St. Peter’s Basilica, Vatican

 

St. Peter’s Basilica (Italian: San Pietro in Vaticano) is a major basilica in Vatican City, an enclave of Rome. St. Peter’s was until recently the largest church ever built and it remains one of the holiest sites in Christendom. Contrary to what one might reasonably assume, St. Peter’s is not a cathedral – that honor in Rome goes to St. John Lateran.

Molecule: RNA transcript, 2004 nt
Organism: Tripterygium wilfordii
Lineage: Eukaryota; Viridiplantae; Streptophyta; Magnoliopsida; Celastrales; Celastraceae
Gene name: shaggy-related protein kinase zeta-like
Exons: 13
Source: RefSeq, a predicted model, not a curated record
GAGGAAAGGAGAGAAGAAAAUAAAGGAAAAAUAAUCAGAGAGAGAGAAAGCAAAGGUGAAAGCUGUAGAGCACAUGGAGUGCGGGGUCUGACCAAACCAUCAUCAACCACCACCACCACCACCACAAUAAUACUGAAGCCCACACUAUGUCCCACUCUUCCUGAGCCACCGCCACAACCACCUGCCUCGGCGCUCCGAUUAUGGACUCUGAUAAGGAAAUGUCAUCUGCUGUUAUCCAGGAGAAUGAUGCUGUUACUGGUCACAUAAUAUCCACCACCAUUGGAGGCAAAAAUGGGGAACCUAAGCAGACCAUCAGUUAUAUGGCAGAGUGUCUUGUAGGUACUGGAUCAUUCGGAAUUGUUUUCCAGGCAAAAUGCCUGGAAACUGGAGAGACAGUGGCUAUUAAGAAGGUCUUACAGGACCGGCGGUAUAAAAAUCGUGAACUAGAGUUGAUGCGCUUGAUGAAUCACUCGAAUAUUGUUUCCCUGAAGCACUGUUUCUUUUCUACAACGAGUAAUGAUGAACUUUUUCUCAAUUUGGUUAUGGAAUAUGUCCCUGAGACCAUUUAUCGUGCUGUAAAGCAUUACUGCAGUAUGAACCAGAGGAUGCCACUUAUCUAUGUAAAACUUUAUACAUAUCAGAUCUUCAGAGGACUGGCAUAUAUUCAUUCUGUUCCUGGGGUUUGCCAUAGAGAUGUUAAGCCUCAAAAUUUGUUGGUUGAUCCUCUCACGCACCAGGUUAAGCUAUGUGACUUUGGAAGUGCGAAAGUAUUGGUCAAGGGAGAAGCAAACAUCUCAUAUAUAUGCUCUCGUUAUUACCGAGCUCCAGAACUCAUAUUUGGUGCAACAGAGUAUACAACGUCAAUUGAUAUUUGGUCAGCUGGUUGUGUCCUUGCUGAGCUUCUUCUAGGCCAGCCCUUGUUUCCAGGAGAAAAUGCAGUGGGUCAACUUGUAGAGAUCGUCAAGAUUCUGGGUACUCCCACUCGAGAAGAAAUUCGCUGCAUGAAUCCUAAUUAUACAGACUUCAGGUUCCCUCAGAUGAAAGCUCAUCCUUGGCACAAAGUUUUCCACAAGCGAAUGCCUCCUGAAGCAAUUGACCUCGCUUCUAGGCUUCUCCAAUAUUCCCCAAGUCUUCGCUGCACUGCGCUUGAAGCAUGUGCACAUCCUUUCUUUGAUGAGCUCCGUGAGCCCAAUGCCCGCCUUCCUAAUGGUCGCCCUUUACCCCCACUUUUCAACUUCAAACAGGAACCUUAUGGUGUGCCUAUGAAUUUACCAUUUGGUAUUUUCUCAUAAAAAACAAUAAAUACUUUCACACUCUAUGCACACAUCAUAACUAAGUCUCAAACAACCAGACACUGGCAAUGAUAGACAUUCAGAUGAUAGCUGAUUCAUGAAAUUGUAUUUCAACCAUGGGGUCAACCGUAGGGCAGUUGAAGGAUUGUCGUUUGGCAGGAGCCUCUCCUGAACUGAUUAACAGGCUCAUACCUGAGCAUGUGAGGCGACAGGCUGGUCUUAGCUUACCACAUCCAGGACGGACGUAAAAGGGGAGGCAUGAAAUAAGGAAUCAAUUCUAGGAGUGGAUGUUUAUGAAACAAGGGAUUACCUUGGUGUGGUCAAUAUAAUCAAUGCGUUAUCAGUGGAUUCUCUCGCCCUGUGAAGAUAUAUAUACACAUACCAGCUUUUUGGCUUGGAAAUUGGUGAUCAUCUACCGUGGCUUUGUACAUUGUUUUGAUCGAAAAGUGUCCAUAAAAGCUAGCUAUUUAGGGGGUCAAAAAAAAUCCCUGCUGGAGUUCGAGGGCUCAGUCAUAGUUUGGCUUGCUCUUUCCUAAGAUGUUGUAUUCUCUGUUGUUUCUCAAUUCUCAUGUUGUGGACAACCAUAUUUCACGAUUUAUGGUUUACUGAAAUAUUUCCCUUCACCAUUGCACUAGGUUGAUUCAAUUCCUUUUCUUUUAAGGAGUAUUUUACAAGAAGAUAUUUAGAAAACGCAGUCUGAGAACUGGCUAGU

St. Peter’s Basilica stands on the traditional site where Peter – the apostle who is considered the first pope – was crucified and buried. St. Peter’s tomb is under the main altar and many other popes are buried in the basilica as well. Originally founded by Constantine in 324, St. Peter’s Basilica was rebuilt in the 16th century by Renaissance masters including Bramante, Michelangelo and Bernini.

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